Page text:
CPE 471 Spring Quarter


Ugs McBugs: Spidey McGee and the Curious Case of the Forbidden Temple tells the story of Ugs McBugs, an ugly spider on a quest to get rich or die tryin'. Inspired by the popular game Temple Run, Ugs McBugs is a game where players need to collect coins and avoid falling off the platforms while the camera is moving the character forward. A giant gem await our ugly friend at the end of the maze. Our goal for this project was to implement a fun and beautiful game that shows off the core concepts we learned in class.


Vivian Fong (
Jacob Johannesen (

Run Commands

> mkdir build
> cd build
> cmake ..
> make -j4
> ./UgsMcBugs ../resources

Game Controls

m - Start/pause game
z - Turn left
x - Turn right
, - Move left
. - Move right

The camera can be controlled with the WASD keys to observe the scenery.

Features and Implementation

The following graphics techniques were utilized:


All models were created from scratch using Blender.

Blinn-Phong shading & texturing with normal maps

We utilized Blinn-Phong shading for our lighting scheme and incorporated texturing with normal maps to provide a more realistic and three-dimensional feel to the models. There is a centralized light source at the center of the sky.

Particle systems

We incorporated the fountain-like particle system from Lab 11 to the instances when a coin or gem is collected and also when Ugs explodes. In order for the particle system to be at the right spot and only spawn once, we maintained a vector of activeParticleSystems to keep track of particle systems that have ignited and are still rendering. For example, when a coin is collected, we create a particle system at that location and add it to the vector of activeParticleSystems. The program will render all particle systems in the collection. If all particles within a particle system have reached their full lifespan, the particle system is then erased from the vector.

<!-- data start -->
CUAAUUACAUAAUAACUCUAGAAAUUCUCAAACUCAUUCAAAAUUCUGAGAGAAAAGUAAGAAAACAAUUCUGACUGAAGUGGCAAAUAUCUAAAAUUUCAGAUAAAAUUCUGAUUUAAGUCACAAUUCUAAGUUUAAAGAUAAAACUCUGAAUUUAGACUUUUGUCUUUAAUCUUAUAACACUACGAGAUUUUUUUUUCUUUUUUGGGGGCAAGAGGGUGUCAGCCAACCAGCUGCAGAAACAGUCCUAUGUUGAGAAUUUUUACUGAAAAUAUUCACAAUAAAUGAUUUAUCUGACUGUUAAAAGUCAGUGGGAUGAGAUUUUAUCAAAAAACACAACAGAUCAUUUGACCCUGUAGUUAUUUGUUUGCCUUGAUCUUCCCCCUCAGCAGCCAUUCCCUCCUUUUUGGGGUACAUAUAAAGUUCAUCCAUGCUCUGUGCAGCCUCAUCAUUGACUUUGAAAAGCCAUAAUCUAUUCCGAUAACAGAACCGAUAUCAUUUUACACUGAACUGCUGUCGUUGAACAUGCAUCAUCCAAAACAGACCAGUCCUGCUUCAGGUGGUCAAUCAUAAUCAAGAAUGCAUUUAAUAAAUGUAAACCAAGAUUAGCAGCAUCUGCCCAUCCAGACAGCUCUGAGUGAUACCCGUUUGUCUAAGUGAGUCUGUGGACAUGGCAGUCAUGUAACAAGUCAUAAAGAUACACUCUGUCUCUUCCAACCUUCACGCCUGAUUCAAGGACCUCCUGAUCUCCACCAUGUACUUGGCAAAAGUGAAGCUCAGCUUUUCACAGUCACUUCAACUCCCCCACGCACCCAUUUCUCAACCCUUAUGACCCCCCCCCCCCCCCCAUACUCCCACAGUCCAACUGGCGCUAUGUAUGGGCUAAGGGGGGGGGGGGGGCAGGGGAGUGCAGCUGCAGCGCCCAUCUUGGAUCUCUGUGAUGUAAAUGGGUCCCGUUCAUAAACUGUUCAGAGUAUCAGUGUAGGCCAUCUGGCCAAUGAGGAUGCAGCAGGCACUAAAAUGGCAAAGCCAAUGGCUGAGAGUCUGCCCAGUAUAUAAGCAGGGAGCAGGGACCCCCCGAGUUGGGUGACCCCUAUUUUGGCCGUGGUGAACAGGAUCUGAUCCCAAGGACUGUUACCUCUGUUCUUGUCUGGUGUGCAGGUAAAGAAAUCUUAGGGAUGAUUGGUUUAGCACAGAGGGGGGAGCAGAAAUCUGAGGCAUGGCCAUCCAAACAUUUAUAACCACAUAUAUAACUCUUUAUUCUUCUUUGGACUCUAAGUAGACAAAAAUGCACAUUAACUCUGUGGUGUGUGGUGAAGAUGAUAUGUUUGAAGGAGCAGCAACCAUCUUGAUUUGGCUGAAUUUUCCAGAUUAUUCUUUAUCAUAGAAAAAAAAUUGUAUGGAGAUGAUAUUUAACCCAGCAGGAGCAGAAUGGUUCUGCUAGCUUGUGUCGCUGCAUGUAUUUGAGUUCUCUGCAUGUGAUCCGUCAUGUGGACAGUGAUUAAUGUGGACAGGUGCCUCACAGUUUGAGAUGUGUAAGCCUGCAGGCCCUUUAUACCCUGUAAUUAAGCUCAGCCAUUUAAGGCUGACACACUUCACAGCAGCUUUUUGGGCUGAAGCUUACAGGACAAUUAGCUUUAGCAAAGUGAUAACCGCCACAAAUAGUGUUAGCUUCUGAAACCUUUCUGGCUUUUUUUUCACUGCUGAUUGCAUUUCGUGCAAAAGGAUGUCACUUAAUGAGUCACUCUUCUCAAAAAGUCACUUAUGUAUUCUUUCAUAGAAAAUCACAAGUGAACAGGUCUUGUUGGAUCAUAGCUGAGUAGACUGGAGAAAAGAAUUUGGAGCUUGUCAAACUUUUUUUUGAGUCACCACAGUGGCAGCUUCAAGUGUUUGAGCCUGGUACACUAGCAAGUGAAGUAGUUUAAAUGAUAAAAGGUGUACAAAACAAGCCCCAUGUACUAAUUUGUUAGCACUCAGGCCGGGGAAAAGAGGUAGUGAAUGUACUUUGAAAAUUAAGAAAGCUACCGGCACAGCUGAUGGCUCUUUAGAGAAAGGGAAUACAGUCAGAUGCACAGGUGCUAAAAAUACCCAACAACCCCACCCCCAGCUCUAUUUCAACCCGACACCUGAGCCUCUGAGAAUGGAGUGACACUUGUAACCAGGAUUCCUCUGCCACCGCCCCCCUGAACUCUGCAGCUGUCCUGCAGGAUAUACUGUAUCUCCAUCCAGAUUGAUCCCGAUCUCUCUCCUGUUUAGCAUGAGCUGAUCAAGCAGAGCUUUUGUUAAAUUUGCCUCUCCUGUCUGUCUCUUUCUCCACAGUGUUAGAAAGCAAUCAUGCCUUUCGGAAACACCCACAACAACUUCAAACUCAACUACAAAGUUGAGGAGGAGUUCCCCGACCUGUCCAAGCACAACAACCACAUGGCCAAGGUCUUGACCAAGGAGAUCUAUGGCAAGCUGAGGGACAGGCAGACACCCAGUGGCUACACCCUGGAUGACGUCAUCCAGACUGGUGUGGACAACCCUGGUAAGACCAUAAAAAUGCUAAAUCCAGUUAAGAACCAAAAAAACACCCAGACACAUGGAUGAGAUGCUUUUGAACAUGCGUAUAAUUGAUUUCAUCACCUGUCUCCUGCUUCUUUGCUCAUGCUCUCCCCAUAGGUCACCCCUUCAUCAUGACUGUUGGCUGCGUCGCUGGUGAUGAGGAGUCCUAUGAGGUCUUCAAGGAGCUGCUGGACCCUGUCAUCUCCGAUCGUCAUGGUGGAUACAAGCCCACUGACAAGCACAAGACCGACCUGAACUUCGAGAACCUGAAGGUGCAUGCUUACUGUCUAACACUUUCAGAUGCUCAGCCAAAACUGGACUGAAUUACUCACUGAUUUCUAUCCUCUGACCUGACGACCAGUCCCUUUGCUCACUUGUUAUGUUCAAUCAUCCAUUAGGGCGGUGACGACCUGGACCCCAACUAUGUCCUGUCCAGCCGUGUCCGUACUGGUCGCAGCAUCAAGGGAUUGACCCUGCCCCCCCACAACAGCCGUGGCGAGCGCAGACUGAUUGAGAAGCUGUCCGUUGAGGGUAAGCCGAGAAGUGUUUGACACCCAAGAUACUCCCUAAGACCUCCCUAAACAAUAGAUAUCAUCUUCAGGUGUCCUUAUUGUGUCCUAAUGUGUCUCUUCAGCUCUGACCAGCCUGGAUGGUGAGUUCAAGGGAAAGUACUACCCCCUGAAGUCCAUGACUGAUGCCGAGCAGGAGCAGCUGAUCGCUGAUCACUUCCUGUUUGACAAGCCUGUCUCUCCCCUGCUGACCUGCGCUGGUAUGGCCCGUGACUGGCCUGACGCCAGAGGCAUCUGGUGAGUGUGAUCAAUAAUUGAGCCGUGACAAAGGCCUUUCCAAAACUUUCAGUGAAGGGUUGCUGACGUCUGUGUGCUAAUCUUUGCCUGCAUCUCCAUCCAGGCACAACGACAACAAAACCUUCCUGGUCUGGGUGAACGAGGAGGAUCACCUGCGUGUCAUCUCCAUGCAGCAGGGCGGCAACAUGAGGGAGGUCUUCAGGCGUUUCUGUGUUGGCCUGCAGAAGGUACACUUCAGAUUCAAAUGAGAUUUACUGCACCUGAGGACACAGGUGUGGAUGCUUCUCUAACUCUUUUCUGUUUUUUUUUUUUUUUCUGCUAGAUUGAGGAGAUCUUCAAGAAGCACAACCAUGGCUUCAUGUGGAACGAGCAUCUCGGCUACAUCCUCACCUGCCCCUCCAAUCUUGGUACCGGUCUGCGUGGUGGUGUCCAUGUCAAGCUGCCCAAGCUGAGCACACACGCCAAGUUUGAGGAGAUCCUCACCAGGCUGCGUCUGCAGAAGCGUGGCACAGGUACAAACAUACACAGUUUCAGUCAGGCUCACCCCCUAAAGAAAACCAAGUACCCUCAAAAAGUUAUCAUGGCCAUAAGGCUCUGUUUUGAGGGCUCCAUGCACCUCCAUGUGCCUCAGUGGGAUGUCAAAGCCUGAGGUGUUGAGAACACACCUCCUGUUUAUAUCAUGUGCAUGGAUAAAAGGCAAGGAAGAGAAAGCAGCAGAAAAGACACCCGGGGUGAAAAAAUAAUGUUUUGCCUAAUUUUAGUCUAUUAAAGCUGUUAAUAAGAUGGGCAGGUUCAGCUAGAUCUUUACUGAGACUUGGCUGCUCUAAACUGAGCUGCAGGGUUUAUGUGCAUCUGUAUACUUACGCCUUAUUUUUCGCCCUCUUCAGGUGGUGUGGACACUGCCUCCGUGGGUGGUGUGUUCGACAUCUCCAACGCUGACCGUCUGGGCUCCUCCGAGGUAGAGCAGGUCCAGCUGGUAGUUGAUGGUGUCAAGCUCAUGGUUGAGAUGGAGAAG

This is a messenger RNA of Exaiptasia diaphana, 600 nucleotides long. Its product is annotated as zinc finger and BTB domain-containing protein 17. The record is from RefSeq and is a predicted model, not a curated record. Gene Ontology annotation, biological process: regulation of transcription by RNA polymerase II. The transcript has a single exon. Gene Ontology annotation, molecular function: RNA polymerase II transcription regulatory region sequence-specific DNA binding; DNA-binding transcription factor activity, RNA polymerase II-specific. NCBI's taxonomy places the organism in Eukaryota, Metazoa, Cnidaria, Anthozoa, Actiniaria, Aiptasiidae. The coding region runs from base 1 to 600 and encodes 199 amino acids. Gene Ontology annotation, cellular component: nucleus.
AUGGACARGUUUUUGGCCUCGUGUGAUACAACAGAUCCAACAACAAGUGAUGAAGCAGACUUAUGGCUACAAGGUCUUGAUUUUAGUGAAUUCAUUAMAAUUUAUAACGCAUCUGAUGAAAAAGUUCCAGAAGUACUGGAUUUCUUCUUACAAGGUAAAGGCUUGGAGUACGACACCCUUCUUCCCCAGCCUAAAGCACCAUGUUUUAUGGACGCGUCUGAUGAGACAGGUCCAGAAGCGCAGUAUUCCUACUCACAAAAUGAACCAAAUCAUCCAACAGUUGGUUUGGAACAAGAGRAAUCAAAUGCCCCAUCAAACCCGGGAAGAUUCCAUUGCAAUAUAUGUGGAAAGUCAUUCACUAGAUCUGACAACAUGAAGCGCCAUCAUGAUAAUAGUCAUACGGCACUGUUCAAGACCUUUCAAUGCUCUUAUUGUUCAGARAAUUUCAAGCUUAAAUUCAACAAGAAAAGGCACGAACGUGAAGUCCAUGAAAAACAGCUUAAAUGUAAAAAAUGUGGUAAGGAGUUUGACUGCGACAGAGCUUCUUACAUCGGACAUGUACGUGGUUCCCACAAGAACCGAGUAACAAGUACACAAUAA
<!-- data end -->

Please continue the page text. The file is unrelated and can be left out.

Maze randomization

In order to construct a random maze, we decided to run a probability check after every five platforms to determine whether the direction of the maze should be changed, and if so, to which direction. We keep track of the current direction and assign a list of booleans to each platform representing its edges. For example, the first 5+ platforms will be going forward, meaning these platforms will all have edge booleans of [false, true, false, true] representing north, west, south, and east. This means that the platform has an edge on the west and east sides. Then, if a right turn is introduced, the last platform before the turn will now have its edge booleans changed to [true, true, false, false]. The current forward direction will now be west, and the next 5+ platforms will follow this direction.

Maze maintenance

We constructed bounding boxes for each platform in the maze. To keep track of which platform Ugs is currently on, we store a variable currPlatform that we increment once Ugs has stepped out of the bounds on the current platform. We compare the minX, maxX, minZ, and maxZ of the platform's bounding box with Ugs' location. If Ugs is within bounds, then we are still on the same platform. If Ugs is out of bounds, then we check which side he has stepped off. If the edge booleans assigned to the platform indicates that it has an edge on that side, Ugs has fallen off the platform. Otherwise, Ugs has moved on to the next platform and we increment currPlatform.

Bounding spheres & collision detection

In order to perform collision detection against the floating coins, we constructed bounding spheres for each object. Each time Ugs is rendered, we conduct a sphere-to-sphere collision test between him and each existing coin. A sphere-to-sphere collision test entails comparing the Euclidean distance between the origins of both spheres with the sum of the two spheres' radii. If the distance is less than or equal to the sum, the two spheres are colliding. If the objects are colliding, we delete the coin in question and spawn the particle system for that particular coin.

Animated camera turns

Ugs moves in the forward direction of the camera. To make Ugs turn in the maze, we turn the camera ±90 degrees. The rotation is successful, however the camera immediately jumps to the new angle making gameplay confusing and difficult. To counteract this, we decided to animate the camera rotation. To do this, we had to instead increment the rotation matrix by a small delta each time the game is rendered until the full 90 degrees is reached. This allowed for the camera to turn smoothly and not leave the player confused with sudden camera shifts.


Similar to a skybox, but instead of using a cube we decided to use a sphere. We added to the sphere a lovely sky texture and rotated the texture clockwise along the y-axis to emulate a moving cosmic sky.


Audio Player library
Several Textures